I've been there, done that. In fact, I was being there doing that six years ago tomorrow - almost to the minute as I write this. I responded to Ms Alsopp's tweets on the topic (whether or not they made it through the thousands of replies she must have received is another issue entirely), specifically, to her question about whether or not my NCT classes covered c-sections sufficiently. The article states:
Miss Allsopp, whose two sons were delivered by C-section, said many women were made to feel a "failure" after undergoing the procedure.Although I never thought anyone else made me feel like a failure, I certainly thought that about myself. I felt duped; despite having read dozens of books about childbirth (including the fantastic Thinking Women's Guide to Better Birth by Henci Goer) I still just nodded mutely when the suggestion of an induction and then a c-section were presented to me. I've never been one to do what I'm told (apologies to my previous teachers, bosses, and parents), yet I didn't think to question what I was being told or ask for alternatives.The article continues:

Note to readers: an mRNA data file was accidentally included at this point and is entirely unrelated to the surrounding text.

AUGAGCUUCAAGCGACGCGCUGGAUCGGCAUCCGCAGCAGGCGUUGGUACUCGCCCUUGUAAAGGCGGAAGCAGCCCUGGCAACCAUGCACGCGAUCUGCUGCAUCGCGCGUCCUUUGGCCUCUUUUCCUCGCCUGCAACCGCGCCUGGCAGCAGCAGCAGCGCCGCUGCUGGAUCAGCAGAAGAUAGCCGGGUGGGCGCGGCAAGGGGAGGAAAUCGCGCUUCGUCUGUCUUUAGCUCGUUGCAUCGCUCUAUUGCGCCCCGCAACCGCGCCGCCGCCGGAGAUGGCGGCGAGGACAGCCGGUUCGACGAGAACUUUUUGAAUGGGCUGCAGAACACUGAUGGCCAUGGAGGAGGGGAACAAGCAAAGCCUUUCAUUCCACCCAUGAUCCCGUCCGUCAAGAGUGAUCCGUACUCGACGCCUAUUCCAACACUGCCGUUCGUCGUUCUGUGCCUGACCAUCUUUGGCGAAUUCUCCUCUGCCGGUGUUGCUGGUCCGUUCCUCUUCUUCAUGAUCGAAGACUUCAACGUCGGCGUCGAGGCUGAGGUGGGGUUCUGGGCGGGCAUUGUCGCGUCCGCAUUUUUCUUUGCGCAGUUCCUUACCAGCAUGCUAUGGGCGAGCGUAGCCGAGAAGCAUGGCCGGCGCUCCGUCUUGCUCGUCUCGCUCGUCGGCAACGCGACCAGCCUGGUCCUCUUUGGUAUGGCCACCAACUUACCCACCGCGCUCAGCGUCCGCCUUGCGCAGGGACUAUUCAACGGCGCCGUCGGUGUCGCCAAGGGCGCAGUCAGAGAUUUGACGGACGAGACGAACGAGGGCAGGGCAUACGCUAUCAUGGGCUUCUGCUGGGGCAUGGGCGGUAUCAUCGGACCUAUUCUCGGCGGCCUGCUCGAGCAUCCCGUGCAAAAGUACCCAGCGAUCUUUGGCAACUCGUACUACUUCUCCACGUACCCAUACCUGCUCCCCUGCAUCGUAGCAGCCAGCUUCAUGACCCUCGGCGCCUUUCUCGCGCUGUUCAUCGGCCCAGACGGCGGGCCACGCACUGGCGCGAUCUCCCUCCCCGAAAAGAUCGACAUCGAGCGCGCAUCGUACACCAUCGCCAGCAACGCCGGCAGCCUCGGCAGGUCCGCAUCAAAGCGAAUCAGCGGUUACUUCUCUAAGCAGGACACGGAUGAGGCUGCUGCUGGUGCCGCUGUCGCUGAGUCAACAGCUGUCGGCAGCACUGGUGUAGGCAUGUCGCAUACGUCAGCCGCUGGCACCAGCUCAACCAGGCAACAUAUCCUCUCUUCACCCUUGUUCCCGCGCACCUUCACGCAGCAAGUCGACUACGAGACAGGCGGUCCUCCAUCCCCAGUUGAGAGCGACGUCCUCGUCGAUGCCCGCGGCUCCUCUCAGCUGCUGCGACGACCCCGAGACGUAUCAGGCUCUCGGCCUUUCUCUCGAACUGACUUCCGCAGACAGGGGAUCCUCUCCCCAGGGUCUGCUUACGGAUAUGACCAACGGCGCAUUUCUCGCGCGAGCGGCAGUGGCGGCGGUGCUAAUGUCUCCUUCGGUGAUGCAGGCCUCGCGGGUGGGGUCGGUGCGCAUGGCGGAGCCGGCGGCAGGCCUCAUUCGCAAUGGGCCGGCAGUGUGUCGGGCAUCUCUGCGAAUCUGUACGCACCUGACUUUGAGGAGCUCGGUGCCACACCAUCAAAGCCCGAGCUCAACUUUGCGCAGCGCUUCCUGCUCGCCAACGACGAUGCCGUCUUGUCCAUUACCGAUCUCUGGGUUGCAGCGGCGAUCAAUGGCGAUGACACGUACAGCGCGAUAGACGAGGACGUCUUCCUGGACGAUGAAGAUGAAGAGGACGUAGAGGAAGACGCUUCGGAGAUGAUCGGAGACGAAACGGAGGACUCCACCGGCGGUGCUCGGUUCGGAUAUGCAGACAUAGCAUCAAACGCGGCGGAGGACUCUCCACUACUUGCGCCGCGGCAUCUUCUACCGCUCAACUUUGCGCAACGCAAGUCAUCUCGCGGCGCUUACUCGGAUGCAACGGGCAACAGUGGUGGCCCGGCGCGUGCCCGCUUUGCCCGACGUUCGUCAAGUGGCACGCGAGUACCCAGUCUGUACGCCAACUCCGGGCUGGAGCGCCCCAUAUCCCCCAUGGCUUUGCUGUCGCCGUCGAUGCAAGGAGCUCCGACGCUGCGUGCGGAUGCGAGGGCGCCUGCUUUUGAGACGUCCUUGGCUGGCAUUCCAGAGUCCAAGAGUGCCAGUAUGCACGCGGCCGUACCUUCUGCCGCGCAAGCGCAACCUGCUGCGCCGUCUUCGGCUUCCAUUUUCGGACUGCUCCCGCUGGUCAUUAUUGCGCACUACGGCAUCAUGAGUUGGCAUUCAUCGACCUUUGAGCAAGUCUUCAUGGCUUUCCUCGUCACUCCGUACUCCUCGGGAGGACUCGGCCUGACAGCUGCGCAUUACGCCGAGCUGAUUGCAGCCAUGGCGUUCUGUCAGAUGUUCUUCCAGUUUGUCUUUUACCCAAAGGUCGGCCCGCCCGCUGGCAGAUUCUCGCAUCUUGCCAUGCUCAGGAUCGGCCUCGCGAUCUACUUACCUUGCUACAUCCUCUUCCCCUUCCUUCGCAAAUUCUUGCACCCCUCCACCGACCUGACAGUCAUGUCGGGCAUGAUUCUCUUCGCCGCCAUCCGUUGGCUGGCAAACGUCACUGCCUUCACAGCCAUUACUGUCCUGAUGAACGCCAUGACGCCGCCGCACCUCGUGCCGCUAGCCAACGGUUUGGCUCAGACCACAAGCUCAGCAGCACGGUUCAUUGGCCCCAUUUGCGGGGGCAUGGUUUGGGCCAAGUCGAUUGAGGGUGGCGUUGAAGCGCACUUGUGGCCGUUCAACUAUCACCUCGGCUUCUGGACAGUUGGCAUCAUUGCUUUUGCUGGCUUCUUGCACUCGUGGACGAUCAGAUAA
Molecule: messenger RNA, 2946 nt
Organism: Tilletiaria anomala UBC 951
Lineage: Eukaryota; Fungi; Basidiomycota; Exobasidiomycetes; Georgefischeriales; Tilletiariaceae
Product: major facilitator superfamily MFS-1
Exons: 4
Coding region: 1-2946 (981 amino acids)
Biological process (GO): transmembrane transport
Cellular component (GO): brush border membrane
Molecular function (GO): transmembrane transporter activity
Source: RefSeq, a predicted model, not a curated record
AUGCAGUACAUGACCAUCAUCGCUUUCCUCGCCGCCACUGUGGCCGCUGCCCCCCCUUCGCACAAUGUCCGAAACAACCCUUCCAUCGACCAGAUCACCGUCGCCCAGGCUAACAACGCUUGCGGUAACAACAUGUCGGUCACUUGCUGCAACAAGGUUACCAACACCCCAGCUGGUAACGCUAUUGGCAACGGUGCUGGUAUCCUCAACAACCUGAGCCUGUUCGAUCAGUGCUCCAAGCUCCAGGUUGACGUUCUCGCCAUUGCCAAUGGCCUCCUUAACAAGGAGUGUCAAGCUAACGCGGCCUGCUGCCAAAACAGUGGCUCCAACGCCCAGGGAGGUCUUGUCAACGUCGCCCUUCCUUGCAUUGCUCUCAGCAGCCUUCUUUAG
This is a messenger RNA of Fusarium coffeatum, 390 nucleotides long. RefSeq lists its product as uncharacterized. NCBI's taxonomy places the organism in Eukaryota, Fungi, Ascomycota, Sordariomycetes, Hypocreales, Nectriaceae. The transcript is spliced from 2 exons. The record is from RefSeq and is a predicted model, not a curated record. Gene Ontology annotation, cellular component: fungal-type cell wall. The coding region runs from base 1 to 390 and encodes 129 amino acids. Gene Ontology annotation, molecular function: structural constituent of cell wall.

She said more information should be provided by the National Childbirth Trust about C-sections in its antenatal classes.In my case, I agree with this statement. To be fair, no one can expect a thorough explanation about every birth scenario in 8 evenings, but the coverage on this type of birth was very brief. Considering around a quarter of births are by c-section, it's a big one to gloss over. One of our evenings involved an overview of the surgery (including a "re-enactment" of who would be in theatre using Playmobil figures), and that was it. Out of 8, 4 of us ended up with unexpected caesarians. I knew nothing about it going into it, had no idea how difficult recovery could be, and had absolutely no information about breastfeeding after surgery (which is more a fault with the NHS, in my opinion.) The fact is, no matter what type of birth you'd like, preparation for other scenarios isn't a bad thing.
Belinda Phipps, the NCT's chief executive said: